NEW YORK — Eighteen former graduate art students and a teacher at Brooklyn College signed a settlement with the City of New York on May 31, a year after a parks commissioner shut down the students’ exhibition at the Brooklyn War Memorial because he considered some of the art pieces inappropriate for families and sexually offensive.
The city awarded $750 to each student and the teacher, as well as $42,500 in legal fees, for a total of $56,750.
More importantly to the students, the Brooklyn parks commissioner, Julius Spiegel, issued a letter of apology in which he acknowledged the First Amendment violation.
“We’re hoping that this helps to deter any future actions that violate the rights of students or artists,” art student Marni Kotak said of the city’s apology.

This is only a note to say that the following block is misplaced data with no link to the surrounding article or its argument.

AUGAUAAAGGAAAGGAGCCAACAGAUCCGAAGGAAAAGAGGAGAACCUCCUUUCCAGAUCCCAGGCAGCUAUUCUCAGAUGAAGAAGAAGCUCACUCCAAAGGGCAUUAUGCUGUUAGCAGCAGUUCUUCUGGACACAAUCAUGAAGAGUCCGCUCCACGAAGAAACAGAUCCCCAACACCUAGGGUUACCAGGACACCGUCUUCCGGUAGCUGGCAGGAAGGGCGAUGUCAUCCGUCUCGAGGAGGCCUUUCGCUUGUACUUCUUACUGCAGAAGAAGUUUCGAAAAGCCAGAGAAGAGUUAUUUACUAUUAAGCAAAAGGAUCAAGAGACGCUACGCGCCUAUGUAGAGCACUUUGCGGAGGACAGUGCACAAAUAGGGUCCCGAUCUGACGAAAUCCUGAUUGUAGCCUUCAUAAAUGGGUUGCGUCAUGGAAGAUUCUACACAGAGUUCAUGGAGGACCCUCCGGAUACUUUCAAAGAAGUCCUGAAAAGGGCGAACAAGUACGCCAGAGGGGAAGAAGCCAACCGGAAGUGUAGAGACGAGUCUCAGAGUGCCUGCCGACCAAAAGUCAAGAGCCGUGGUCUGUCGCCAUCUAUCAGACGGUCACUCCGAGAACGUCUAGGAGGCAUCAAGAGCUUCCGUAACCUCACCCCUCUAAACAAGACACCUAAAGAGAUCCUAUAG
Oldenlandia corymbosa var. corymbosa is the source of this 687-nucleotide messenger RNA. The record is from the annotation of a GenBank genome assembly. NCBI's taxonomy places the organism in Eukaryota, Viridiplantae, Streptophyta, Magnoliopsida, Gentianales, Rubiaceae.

The exhibition opened in a public building on May 3, 2006, featuring a sculpture of a hand holding a penis and a life-size classroom with a live rat as the class pet. The next day Spiegel ordered the building locked. The following Monday, Brooklyn College sent movers to remove the art without the artists’ permission.
The show reopened on May 24 in a different space, but with significant changes from the original exhibition. “Many of the original works were lost or damaged,” Kotak said. “Some students chose to show the damaged work, and some made new pieces in response to the censorship.”
The students’ lawsuit contended that their First Amendment rights were violated when the exhibit was closed and their art was damaged during removal.
“The lesson here is that the government is not the appropriate body to judge the value of art,” said Norman Siegel, an attorney for the students, in a telephone interview. “We applaud the students for challenging censorship and upholding the principles of artistic freedom.”
By Isaac Arnsdorf, SPLC staff writer